Graphic 3.2: Governance arrangements for the carbon tax[35]

Graphic 3.2: Governance arrangements for the carbon tax[35]

Good money after bad

3.41      Prior to the announcement of the framework for the Clean Energy Plan and the institutions outlined above to administer the carbon tax, the government had already started allocating resources to the climate change cause.

Australian Competition and Consumer Commission

3.42      The government announced on 13 July 2011 that the Australian Competition and Consumer Commission (ACCC) would be policing claims by businesses that could mislead consumers into believing that price rises had occurred due to the carbon tax when this was not the case.

3.43      The funding for the ACCC to undertake this activity is:

... $12.8 million over four years to the ACCC and those funds will go towards the establishment of a dedicated team which will involve more than 20 staff and their activities will be directed towards enforcement and towards education of businesses and consumers.[36] 

3.44      This measure was not included as a cost in the government's Clean Energy Plan announced on 10 July 2011.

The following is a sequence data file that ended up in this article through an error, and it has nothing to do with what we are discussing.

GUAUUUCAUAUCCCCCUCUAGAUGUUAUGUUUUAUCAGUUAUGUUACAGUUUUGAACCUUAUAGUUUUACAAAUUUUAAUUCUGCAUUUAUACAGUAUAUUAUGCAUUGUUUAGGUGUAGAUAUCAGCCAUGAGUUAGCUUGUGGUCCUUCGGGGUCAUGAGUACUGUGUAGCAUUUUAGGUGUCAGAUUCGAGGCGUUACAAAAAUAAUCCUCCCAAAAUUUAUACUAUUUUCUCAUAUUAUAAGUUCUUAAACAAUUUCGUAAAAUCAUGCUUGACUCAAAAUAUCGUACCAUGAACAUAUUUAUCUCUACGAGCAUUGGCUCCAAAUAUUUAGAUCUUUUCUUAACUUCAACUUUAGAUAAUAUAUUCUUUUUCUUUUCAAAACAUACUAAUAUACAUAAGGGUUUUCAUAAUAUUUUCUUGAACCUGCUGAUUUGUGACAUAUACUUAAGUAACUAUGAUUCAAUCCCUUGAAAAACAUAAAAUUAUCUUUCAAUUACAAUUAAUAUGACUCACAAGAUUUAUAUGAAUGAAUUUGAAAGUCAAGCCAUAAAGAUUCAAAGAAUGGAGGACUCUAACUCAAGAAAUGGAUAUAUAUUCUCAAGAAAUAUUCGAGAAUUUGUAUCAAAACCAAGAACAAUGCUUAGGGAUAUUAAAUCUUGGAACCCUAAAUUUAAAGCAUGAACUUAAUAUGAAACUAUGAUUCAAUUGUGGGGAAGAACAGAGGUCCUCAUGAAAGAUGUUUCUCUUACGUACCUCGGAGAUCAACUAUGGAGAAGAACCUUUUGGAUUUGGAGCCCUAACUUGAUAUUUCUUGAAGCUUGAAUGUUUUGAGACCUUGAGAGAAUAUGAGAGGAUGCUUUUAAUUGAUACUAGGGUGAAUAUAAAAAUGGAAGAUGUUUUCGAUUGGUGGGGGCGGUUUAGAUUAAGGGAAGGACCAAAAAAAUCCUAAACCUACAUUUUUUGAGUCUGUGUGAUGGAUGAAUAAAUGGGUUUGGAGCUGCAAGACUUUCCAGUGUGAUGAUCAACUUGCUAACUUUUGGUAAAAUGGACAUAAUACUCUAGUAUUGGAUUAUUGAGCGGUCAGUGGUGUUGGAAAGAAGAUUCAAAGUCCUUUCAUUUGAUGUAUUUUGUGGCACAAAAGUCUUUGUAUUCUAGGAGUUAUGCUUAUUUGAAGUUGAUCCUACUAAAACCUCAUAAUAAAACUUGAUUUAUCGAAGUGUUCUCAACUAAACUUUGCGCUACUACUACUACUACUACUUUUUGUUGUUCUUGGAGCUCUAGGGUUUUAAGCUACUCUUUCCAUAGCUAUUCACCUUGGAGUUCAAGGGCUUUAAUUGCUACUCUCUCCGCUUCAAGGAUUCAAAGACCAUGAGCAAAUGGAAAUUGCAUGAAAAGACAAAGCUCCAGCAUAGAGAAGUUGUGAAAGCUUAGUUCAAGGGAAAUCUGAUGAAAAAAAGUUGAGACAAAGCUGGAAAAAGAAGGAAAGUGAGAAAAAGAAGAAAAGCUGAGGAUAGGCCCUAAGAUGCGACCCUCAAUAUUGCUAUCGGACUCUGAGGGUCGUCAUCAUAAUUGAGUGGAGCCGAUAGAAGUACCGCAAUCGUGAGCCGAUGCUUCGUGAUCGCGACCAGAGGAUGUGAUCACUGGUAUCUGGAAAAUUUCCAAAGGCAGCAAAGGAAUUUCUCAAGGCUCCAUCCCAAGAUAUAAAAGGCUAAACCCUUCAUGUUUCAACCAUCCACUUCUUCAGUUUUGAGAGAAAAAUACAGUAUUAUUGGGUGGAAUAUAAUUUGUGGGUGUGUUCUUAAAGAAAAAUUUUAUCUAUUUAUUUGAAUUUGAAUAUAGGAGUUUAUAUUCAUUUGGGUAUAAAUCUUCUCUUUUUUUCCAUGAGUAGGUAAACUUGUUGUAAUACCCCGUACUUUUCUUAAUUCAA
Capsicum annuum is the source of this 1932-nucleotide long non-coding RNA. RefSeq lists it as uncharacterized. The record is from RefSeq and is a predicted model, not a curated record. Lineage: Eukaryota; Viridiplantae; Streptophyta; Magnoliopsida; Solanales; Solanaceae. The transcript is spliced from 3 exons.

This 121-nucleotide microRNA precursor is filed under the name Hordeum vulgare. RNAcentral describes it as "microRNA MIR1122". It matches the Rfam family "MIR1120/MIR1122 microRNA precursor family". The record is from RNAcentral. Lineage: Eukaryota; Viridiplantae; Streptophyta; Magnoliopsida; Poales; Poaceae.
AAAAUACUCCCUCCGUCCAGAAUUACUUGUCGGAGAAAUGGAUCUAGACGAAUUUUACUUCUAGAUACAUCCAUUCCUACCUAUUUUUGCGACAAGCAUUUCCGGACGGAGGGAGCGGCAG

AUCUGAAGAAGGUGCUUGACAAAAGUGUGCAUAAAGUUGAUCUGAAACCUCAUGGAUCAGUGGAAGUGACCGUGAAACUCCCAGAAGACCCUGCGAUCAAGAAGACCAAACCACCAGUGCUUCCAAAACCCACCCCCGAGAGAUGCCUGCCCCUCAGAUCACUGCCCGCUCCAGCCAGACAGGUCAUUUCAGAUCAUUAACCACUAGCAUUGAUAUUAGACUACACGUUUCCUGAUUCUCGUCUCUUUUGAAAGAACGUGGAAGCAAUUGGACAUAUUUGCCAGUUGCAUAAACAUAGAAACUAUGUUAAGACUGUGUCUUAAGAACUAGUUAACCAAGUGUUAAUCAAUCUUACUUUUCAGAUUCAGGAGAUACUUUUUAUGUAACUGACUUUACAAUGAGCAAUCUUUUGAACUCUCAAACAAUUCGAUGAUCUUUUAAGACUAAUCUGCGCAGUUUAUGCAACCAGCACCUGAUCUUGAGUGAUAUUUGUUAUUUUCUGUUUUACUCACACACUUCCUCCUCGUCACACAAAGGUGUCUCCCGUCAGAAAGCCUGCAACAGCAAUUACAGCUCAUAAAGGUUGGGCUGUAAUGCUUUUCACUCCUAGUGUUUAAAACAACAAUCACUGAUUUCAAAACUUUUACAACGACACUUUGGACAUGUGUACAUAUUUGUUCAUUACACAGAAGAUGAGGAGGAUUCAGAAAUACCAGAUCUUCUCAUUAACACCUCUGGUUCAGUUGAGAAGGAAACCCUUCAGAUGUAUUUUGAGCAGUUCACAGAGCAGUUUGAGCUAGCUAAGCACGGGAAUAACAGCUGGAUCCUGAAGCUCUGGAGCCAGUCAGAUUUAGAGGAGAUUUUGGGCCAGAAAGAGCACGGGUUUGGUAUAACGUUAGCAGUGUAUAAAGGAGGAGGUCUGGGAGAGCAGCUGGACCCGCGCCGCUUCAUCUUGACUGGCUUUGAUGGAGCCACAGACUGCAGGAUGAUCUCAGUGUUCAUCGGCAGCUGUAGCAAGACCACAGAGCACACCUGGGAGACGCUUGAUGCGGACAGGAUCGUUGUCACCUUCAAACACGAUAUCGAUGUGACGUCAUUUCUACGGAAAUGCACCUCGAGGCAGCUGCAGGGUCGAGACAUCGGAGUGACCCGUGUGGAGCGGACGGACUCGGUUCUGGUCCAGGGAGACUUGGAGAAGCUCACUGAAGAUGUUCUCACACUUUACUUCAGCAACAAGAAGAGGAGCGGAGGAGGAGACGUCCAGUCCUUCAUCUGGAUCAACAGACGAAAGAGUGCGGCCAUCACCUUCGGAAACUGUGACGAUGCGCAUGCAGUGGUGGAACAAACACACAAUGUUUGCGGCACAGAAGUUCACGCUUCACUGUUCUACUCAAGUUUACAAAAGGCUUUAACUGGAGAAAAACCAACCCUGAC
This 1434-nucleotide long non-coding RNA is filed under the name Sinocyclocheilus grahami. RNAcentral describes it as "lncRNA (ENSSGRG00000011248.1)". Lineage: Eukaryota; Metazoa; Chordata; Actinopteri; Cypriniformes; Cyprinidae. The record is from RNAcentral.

Other regulatory agencies

3.45      In addition to the establishment of the regulators referred to above, other agencies who will be involved in the implementation of the government's Clean Energy Plan are:

3.46      ARENA will be a statutory authority, set up to provide funds for research, development and commercialisation of renewable energy technologies. It will incorporate a number of existing programs, such as the Australian Centre for Renewable Energy, the Australian Solar Institute and the Australian Biofuels Research Institute.  It is projected to be revenue neutral, as it will utilise $3.2 billion of funding already allocated to those programs over nine years. The government's plan is that future funding for ARENA will come from dividends paid by the Clean Energy Finance Corporation.[37]

3.47      The role of the CEFC will be to invest in the commercialisation and deployment of renewable energy, energy efficiency and